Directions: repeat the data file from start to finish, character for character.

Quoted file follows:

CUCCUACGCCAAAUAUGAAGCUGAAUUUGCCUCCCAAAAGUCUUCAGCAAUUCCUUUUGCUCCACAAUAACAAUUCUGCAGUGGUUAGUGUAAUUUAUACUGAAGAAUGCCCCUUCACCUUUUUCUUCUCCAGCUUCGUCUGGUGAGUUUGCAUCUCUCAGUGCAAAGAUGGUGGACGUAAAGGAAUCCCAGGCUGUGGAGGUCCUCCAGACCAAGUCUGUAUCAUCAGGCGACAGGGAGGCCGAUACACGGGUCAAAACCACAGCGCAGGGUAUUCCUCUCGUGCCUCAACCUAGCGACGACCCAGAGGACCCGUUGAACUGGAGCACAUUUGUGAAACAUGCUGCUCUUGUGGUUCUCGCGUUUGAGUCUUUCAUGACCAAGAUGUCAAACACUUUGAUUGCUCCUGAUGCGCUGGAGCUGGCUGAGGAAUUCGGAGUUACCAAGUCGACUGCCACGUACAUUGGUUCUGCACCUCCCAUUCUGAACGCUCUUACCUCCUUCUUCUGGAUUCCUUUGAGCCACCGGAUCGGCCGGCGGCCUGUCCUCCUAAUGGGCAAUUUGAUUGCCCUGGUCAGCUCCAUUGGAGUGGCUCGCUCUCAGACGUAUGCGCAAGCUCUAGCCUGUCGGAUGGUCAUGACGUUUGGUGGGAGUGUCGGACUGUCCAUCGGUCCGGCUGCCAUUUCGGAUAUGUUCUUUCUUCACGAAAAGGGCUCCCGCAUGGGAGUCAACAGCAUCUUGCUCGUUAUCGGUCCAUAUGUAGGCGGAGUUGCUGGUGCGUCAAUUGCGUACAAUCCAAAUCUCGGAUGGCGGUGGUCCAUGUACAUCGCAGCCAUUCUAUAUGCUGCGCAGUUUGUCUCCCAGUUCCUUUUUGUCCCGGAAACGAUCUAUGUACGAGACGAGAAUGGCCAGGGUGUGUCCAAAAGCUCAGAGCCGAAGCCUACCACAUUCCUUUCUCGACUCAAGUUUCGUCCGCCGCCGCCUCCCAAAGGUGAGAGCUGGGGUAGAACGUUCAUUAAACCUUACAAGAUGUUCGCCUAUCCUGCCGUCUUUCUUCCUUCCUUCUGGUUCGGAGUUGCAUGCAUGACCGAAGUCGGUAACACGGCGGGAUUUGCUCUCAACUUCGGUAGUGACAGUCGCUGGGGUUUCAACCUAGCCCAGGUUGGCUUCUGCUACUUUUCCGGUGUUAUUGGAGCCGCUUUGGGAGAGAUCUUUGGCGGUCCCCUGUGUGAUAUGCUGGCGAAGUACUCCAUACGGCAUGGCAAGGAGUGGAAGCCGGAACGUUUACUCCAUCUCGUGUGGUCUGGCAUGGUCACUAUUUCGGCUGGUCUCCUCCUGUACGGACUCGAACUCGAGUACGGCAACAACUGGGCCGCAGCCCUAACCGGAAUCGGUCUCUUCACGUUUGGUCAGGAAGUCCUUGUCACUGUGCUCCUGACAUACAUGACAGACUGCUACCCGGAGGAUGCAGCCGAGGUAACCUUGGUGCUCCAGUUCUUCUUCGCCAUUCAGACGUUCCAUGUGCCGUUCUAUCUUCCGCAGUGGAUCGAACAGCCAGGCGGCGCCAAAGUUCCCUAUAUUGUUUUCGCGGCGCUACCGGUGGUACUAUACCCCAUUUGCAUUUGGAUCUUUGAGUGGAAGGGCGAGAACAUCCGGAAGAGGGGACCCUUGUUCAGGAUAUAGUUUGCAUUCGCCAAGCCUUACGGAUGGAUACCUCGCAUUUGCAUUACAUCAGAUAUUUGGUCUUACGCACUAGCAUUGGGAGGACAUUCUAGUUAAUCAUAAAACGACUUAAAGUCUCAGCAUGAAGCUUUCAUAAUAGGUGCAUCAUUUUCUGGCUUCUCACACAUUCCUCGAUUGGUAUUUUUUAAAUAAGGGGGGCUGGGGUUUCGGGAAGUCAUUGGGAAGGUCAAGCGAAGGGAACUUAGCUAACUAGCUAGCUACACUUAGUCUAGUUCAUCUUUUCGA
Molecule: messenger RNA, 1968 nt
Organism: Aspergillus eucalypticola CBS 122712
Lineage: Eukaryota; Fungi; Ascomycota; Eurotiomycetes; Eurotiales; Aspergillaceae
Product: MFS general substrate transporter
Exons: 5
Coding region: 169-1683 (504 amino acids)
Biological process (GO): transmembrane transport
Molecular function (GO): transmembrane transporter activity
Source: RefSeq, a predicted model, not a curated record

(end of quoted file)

CUCCUACGCCAAAUAUGAAGCUGAAUUUGCCUCCCAAAAGUCUUCAGCAAUUCCUUUUGCUCCACAAUAACAAUUCUGCAGUGGUUAGUGUAAUUUAUACUGAAGAAUGCCCCUUCACCUUUUUCUUCUCCAGCUUCGUCUGGUGAGUUUGCAUCUCUCAGUGCAAAGAUGGUGGACGUAAAGGAAUCCCAGGCUGUGGAGGUCCUCCAGACCAAGUCUGUAUCAUCAGGCGACAGGGAGGCCGAUACACGGGUCAAAACCACAGCGCAGGGUAUUCCUCUCGUGCCUCAACCUAGCGACGACCCAGAGGACCCGUUGAACUGGAGCACAUUUGUGAAACAUGCUGCUCUUGUGGUUCUCGCGUUUGAGUCUUUCAUGACCAAGAUGUCAAACACUUUGAUUGCUCCUGAUGCGCUGGAGCUGGCUGAGGAAUUCGGAGUUACCAAGUCGACUGCCACGUACAUUGGUUCUGCACCUCCCAUUCUGAACGCUCUUACCUCCUUCUUCUGGAUUCCUUUGAGCCACCGGAUCGGCCGGCGGCCUGUCCUCCUAAUGGGCAAUUUGAUUGCCCUGGUCAGCUCCAUUGGAGUGGCUCGCUCUCAGACGUAUGCGCAAGCUCUAGCCUGUCGGAUGGUCAUGACGUUUGGUGGGAGUGUCGGACUGUCCAUCGGUCCGGCUGCCAUUUCGGAUAUGUUCUUUCUUCACGAAAAGGGCUCCCGCAUGGGAGUCAACAGCAUCUUGCUCGUUAUCGGUCCAUAUGUAGGCGGAGUUGCUGGUGCGUCAAUUGCGUACAAUCCAAAUCUCGGAUGGCGGUGGUCCAUGUACAUCGCAGCCAUUCUAUAUGCUGCGCAGUUUGUCUCCCAGUUCCUUUUUGUCCCGGAAACGAUCUAUGUACGAGACGAGAAUGGCCAGGGUGUGUCCAAAAGCUCAGAGCCGAAGCCUACCACAUUCCUUUCUCGACUCAAGUUUCGUCCGCCGCCGCCUCCCAAAGGUGAGAGCUGGGGUAGAACGUUCAUUAAACCUUACAAGAUGUUCGCCUAUCCUGCCGUCUUUCUUCCUUCCUUCUGGUUCGGAGUUGCAUGCAUGACCGAAGUCGGUAACACGGCGGGAUUUGCUCUCAACUUCGGUAGUGACAGUCGCUGGGGUUUCAACCUAGCCCAGGUUGGCUUCUGCUACUUUUCCGGUGUUAUUGGAGCCGCUUUGGGAGAGAUCUUUGGCGGUCCCCUGUGUGAUAUGCUGGCGAAGUACUCCAUACGGCAUGGCAAGGAGUGGAAGCCGGAACGUUUACUCCAUCUCGUGUGGUCUGGCAUGGUCACUAUUUCGGCUGGUCUCCUCCUGUACGGACUCGAACUCGAGUACGGCAACAACUGGGCCGCAGCCCUAACCGGAAUCGGUCUCUUCACGUUUGGUCAGGAAGUCCUUGUCACUGUGCUCCUGACAUACAUGACAGACUGCUACCCGGAGGAUGCAGCCGAGGUAACCUUGGUGCUCCAGUUCUUCUUCGCCAUUCAGACGUUCCAUGUGCCGUUCUAUCUUCCGCAGUGGAUCGAACAGCCAGGCGGCGCCAAAGUUCCCUAUAUUGUUUUCGCGGCGCUACCGGUGGUACUAUACCCCAUUUGCAUUUGGAUCUUUGAGUGGAAGGGCGAGAACAUCCGGAAGAGGGGACCCUUGUUCAGGAUAUAGUUUGCAUUCGCCAAGCCUUACGGAUGGAUACCUCGCAUUUGCAUUACAUCAGAUAUUUGGUCUUACGCACUAGCAUUGGGAGGACAUUCUAGUUAAUCAUAAAACGACUUAAAGUCUCAGCAUGAAGCUUUCAUAAUAGGUGCAUCAUUUUCUGGCUUCUCACACAUUCCUCGAUUGGUAUUUUUUAAAUAAGGGGGGCUGGGGUUUCGGGAAGUCAUUGGGAAGGUCAAGCGAAGGGAACUUAGCUAACUAGCUAGCUACACUUAGUCUAGUUCAUCUUUUCGA
Molecule: messenger RNA, 1968 nt
Organism: Aspergillus eucalypticola CBS 122712
Lineage: Eukaryota; Fungi; Ascomycota; Eurotiomycetes; Eurotiales; Aspergillaceae
Product: MFS general substrate transporter
Exons: 5
Coding region: 169-1683 (504 amino acids)
Biological process (GO): transmembrane transport
Molecular function (GO): transmembrane transporter activity
Source: RefSeq, a predicted model, not a curated record